6 November 2007 A senior United Nations official in the Democratic Republic of the Congo (DRC) today decried the problem of sexual violence in the war-torn country, saying perpetrators are mostly police, military and militia members but civilians are increasingly involved, and calling for stronger response measures.
“This is an extraordinary large problem. It is not just an anecdotal problem but a massive one that demands we all combined try and make sure that essentially not only women who are victims of rape and abuse are treated but that sexual violence must stop,” said Secretary-General Ban Ki-moon’s Deputy Special Representative Ross Mountain.
He voiced particular concern about the conflict in North Kivu where since September, about 150,000 people have fled their homes, bringing the total in the province as a whole to about 800,000 displaced persons.
With the continuous tense situation in DRC’s troubled eastern region triggering more sexual violence against women, he said that while statistics are hard to come by, “we are dealing literally with hundred of thousands of victims over the last couple of years.”
Mr. Mountain cited a 2006 survey by the UN Population Fund (UNFPA) of roughly half of the health centers which found 50,000 cases reported. “If that many cases were reported, how many cases are really there,” he said.
He said men in uniform remain the main perpetrators. “They include clearly militias and the armed forces of this country as well as, and I am sorry to say, the police. That remains the prime group of perpetrators.”
But he also noted that this trend is changing. “The proportion that has been committed now by civilians, who are not military and uniform personnel, is increasing. That is a very troubling sign.”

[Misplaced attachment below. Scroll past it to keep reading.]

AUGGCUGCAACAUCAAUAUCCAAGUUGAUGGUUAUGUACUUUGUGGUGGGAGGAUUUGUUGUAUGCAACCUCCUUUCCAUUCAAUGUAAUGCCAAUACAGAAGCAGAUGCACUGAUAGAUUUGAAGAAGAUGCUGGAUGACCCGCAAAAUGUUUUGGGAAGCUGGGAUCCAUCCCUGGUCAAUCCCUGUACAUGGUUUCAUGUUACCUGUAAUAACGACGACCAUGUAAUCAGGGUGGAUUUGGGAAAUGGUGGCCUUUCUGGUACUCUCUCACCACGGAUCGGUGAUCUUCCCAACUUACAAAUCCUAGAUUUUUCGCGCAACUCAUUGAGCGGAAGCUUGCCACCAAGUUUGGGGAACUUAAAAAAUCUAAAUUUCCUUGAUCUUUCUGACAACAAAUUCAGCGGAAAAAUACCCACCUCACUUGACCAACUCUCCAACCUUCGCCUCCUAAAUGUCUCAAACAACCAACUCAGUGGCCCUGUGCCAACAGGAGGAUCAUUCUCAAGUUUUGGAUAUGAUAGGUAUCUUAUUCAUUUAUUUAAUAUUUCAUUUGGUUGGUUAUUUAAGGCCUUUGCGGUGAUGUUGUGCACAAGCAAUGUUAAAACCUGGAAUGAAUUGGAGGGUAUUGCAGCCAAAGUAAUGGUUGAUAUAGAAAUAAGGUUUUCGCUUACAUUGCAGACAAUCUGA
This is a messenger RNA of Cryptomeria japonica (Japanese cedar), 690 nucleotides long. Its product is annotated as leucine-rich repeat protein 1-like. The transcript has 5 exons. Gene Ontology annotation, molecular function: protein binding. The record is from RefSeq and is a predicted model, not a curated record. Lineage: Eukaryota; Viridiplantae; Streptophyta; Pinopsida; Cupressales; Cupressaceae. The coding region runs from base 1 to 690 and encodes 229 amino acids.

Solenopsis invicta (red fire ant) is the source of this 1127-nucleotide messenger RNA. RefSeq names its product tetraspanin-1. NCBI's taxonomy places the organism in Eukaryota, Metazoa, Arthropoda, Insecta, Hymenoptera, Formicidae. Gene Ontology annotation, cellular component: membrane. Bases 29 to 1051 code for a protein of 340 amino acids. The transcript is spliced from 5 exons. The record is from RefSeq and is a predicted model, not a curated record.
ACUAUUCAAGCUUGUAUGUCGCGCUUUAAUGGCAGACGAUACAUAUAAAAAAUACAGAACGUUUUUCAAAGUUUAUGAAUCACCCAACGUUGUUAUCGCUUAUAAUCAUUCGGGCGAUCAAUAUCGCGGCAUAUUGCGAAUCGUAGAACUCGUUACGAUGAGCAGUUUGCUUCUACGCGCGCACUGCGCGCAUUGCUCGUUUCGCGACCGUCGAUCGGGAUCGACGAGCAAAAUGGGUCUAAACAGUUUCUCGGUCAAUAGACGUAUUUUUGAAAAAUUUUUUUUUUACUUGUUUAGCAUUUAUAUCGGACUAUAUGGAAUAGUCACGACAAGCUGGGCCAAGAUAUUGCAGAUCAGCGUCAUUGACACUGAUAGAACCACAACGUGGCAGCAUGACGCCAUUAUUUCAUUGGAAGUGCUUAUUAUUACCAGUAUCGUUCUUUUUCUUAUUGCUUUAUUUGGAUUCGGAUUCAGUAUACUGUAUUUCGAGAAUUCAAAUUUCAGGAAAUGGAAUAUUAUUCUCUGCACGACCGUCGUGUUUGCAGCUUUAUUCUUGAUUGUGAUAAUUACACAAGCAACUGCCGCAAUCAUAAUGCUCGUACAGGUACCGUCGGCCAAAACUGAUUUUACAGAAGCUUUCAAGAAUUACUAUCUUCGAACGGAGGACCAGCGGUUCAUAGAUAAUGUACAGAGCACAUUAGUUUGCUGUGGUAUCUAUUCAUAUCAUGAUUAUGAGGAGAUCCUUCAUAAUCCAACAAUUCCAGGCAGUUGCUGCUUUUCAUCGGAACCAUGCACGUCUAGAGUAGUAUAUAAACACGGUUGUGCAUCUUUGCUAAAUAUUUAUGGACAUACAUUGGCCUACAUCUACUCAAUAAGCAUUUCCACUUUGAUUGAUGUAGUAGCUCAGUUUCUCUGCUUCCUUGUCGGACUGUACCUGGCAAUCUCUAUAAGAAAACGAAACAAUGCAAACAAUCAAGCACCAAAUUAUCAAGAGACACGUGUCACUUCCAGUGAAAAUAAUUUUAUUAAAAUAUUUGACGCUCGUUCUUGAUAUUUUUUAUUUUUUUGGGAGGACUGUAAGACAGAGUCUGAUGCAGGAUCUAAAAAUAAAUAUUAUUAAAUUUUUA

The Government and the UN are working with civil society groups to help treat victims and help reintegrate them in their communities “because of the stigmatization problem that unfortunately lingers on,” Mr Mountain said.
Attempts to punish those responsible are not strong enough. “I am sorry to say that this is the weakest part of this exercise,” he said. “In terms of bringing the perpetrators to justice, progress has been very disappointing.”
He noted that in Equateur province, some 78 members of the military battalion were accused of having raped nearly 120 women. With the support of the international community and the UN mission in the DRC (MONUC) human rights branch, “we managed to get some 12 of them brought before military justice where about six were convicted,” Mr. Mountain said.
But the victory was short-lived. “Unfortunately, with the current state of the prisons in this country, after a month or two nobody was in custody.”
MONUC “is very involved with the humanitarian community in the protection of civilians,” noted Mr. Mountain. The mission is also working to ensure that those who are identified can be brought to justice.
“It is a long road, but it is a road that certainly has been started and we are determined that progress will be made.”